Indy: David Grisman and the Kronos Quartet have appeared on your albums. Did you have them in mind when you wrote those pieces?
TT: No, I didn't. I usually come up with a composition, put it down on score, then spend time thinking about the proper way to orchestrate it. One of the pieces was sort of bluegrass, so that seemed like a real obvious one to get David Grisman on. And the studio where I was recording [when Taylor was still living in California] had a sound tech who was also Grisman's tech. So I gave Grisman a call and he said to just play the basic track over the phone. I held the phone up and he said, "Yeah, it sounds like you know what you're doing, I'll be there."
Indy: Your Needlewood Orchestra debuted at Packard Hall last week with electric guitar, bass, French horn, valve trombone and sax. How did that go over?
TT: A lot of my students [Taylor teaches jazz guitar at Colorado College] were there, so it was a forgiving audience. I think we did pretty good for a maiden voyage.
Indy: The musicologist Sol Babitz, who was part of Stravinsky's circle, insisted that composers like Bach actually invited rhythmic variation and improvisation, as opposed to what he called the "sewing machine" approach to performance. Having composed a piece called "Ode to Joy Blues," I take it you're sympathetic to that view?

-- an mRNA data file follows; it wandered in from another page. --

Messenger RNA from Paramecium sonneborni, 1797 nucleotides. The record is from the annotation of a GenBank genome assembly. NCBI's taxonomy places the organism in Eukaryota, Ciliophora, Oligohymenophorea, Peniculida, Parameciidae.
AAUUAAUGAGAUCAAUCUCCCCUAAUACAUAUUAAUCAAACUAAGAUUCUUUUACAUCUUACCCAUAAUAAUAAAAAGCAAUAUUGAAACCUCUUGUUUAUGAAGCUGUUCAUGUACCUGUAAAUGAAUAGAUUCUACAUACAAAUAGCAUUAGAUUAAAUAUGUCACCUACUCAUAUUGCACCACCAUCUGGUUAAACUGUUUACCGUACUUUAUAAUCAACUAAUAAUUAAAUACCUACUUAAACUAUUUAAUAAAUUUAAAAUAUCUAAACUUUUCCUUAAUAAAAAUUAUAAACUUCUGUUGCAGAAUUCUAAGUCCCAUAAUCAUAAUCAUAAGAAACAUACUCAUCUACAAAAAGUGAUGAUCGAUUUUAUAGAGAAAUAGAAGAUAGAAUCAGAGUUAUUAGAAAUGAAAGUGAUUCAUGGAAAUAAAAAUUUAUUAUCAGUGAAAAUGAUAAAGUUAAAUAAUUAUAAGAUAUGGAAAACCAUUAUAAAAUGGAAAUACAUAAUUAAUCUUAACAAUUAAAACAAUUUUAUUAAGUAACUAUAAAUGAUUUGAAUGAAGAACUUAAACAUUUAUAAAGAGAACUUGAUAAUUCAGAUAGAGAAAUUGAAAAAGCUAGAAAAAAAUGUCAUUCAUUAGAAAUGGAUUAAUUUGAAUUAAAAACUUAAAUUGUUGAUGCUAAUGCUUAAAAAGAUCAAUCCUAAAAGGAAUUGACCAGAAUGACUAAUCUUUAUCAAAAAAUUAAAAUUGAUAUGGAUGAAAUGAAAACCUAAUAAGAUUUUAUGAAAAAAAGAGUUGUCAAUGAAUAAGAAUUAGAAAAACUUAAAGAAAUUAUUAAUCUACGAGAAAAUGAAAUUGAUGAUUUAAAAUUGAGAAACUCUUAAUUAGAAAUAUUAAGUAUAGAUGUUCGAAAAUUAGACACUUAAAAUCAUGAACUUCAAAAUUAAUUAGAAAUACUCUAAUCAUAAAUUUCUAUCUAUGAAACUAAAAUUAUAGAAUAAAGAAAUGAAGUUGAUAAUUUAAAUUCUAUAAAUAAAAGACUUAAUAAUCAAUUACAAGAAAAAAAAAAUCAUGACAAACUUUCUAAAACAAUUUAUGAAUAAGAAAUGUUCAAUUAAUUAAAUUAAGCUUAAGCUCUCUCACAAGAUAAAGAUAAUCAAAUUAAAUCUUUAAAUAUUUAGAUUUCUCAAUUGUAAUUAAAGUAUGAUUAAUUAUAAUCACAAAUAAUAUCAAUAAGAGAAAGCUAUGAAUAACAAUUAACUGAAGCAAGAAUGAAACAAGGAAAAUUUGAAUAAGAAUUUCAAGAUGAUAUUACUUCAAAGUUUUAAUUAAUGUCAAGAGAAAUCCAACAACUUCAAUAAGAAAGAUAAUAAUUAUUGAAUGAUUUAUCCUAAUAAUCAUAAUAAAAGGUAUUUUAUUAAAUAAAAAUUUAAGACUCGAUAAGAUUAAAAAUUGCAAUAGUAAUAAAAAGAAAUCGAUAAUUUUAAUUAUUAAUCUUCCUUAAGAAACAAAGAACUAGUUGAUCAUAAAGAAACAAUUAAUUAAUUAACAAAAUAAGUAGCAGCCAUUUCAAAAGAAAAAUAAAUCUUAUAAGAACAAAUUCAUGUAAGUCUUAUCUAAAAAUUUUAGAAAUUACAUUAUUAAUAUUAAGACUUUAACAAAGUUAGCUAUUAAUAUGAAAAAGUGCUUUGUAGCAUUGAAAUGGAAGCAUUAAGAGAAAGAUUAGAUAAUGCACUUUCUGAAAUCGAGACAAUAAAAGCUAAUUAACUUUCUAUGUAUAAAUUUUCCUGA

TT: Sure, and that's kind of what I'm doing with this hybrid of jazz and classical, where I get the rigor of the compositional devices that have been passed down by people like Stravinsky and Mozart. If you just have executants who can only play those little dots on the page, then there are really no open areas for improvisation. But when I give a melody to [saxophonist] Mark Rose, he shapes it and inflects it with decades of jazz influence I might not have conceived of. And it just sounds gorgeous.
At Pikes Peak Center's Studio Bee, Nov. 12.